Police Tow Your Car: What happens next?
UPDATED: July 22, 2020
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What you need to know...
- Police tow a car when it is undrivable or believed to be related to a crime.
- Your car goes to an impound when police tow your car.
- If there is a police hold or immobilization order, you may have to request a hearing to get your vehicle released from impound.
- If you lose the hearing and can't afford to get your car out of impound, the automobile will likely either be sold or destroyed.
What happens when police tow your car? How do you get it back? One thing is certain, it won't be easy or cheap. This article answers questions about where your car goes when it gets towed and what happens when your car is impounded. It also explains how to get your car out of impound and what happens if you can't afford to get your car out of impound.
You need to act fast because the towing and storage fees are expensive and the deadlines are short to retrieve your automobile before it's sold or destroyed.
After you know the answer to, "What happens when police tow my car?" If you need help getting your car back after it was towed and impounded by the police, enter your ZIP code above to talk to a car accident attorney in your area.
Why would the police tow your car?
Police will usually tow a car when it is undrivable or believed to be related to a crime. They may also tow your car when you are taken into custody and no other arrangements can be easily made for your vehicle.
Can police tow your car for speeding or DUI? The answer is yes. While it's unlikely that you'd be taken into custody for speeding, if you are arrested and cannot easily arrange for someone else to take your car, the police could have it impounded.
Your Car Was Towed Because It Was Undrivable
Maybe the vehicle is undrivable and police towed your car after an accident or because the vehicle was unregistered, the driver was uninsured or was arrested for a driving violation, like being stopped for drunk driving. According to the Insurance Information Institute, states can impound vehicles as a penalty for driving without compulsory auto liability insurance.
In cases where a vehicle is undrivable, law enforcement would have the vehicle towed to a holding facility, referred to as an impound. Towing an undrivable vehicle is necessary to clear the street or to keep the car safe until the owner is able to legally retrieve it or the violation at issue is resolved.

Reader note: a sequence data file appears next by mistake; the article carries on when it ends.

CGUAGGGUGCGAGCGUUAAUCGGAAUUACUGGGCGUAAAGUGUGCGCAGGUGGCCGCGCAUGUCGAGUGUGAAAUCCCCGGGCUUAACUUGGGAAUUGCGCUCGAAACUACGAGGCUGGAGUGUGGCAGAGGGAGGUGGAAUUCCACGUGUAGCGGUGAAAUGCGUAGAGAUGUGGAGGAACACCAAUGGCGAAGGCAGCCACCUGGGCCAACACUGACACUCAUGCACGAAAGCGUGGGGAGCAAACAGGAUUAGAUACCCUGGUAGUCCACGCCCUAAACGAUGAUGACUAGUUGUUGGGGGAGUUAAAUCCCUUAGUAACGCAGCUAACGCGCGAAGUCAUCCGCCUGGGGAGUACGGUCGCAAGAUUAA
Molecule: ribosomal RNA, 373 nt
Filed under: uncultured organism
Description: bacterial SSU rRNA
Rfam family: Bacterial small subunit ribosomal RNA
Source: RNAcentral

Your Car Was Towed Because It Was Used in Crime
If the vehicle was suspected of being used in a crime, it will be towed to a location for police investigation before being impounded. If your vehicle was used for an illegal purpose, the government can seize your car in an asset forfeiture proceeding if they have evidence to show you profited from its use.
This video offers some insight on your legal options if your car is seized.
We'll talk more about how to get your seized vehicle out of police impound below.
Where does your car go if it gets towed?
When your car is towed by the police, it goes to an impound, which is a holding facility. The impound may be operated by the law enforcement agency or by a private third-party holding facility.
You should make sure the police provide you with the impound lot information. If you don't have the impound lot information, try calling your city or town hall and ask the clerk how you can find out if your vehicle was recently listed as impounded.
You should try to get the vehicle released as soon as possible. Otherwise, the police or impound will claim it was left voluntarily or abandoned and will charge you storage fees.
What happens when your car is impounded?
If your car was impounded, it will not be released until further action is taken. So, just how long can police impound your car? Sometimes the car will be released once you've proven ownership and paid a fine and storage fee. In other cases, the police may require the vehicle to be held pending a criminal investigation. Therefore, you need to ask if the car is subject to any sort of hold before it can be released from impound.
How do I get my car out of impound?
The way to get a car out of impound depends on whether or not there is a police hold or immobilization order preventing the release of the impounded vehicle.